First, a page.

For Immediate Release
November 8, 2012
One-Third of Maricopa County Ballots Still Uncounted
Early voters report not receiving ballots in the mail, encountering major problems at the polls; Demonstrations, Phone Banks planned for coming days
PHOENIX - The Arizona Secretary of State has confirmed there are more than 450,000 uncounted votes in Maricopa County--one-third of the total ballots cast. Thousands of new Latino registered voters were forced to vote on provisional ballots because they didn't receive ballots in the mail or their names did not show up on voter rolls.
Contrary to initial election results, this means Maricopa County's notorious anti-immigrant Sheriff Joe Arpaio is not the confirmed winner, and the same goes for the closely-watched Senate faceoff between Democrat Richard Carmona and Republican Jeff Flake. County Recorder Helen Purcell admitted Wednesday she could not certify the results.
"This is my first election, and I was supposed to get an early ballot but didn't," said Claudette Arvizu, a 19-year-old Maricopa County voter. "I waited in line for more than an hour only to be told to go to the provisional voting line. I voiced concern that my vote wouldn't be counted and was brushed off. They made to feel like it was my fault. It was a horrible experience. I just don't trust the process."
Hundreds of young people involved in the Adios Arpaio campaign are planning a demonstration Thursday at 4 PM urging the county to count all the ballots and allow for complete transparency in the process.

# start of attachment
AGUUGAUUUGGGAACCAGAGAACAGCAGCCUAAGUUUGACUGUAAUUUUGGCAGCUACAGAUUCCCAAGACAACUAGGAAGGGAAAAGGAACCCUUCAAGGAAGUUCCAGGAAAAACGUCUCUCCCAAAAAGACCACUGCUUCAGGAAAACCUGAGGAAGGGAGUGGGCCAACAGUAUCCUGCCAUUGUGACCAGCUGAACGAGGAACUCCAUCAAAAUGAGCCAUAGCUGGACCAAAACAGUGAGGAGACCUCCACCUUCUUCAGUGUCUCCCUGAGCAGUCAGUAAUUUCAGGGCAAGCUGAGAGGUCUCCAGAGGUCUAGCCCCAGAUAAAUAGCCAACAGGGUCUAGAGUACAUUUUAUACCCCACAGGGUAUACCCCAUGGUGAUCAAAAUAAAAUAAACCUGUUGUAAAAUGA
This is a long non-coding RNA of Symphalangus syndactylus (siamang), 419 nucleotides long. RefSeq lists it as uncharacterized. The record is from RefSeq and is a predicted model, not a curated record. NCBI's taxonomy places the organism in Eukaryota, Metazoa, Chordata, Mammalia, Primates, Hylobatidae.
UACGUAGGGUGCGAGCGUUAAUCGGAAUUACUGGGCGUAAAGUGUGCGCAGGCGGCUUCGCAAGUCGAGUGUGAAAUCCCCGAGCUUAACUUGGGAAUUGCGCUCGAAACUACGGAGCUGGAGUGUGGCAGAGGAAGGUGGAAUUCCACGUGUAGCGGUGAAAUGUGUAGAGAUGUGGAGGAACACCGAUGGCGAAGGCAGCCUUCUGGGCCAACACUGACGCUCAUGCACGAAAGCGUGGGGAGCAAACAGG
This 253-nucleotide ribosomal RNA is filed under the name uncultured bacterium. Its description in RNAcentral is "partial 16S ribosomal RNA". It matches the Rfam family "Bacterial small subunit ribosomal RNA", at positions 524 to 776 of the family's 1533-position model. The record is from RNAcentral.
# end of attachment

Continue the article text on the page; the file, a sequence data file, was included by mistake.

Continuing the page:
Adios Arpaio activists are also planning a phone bank on Saturday to registered early by-mail voters to see if they received early ballot.
"Out of five people in my family, three of us didn't receive our early ballots this election," said Giovanni Rodriguez, a Maricopa County voter. "I always vote early by mail because I work 12-hour shifts, and it's hard to get to the polls. On Tuesday, I tried to vote on my 30-minute break, but because the line was so long, I didn't get to vote. I'm very frustrated and sad that I didn't have a say in this election."
This is not the first time we've seen signs of voter confusion and suppression in Arizona. The wild undercounting of votes comes just weeks after the same Arizona election office produced materials in Spanish that listed the wrong Election Day.
Latino voters registered in record numbers this election, and whether or not the uncounted votes shift election outcomes, all the votes still must be counted, says Brendan Walsh, co-director of the Adios Arpaio campaign.
"There are some close races here in Arizona, and we must make sure every last vote is counted. Plus, if we want to increase voter participation in this country, we need to make sure new voters, especially Latinos, have a positive experience," said Walsh.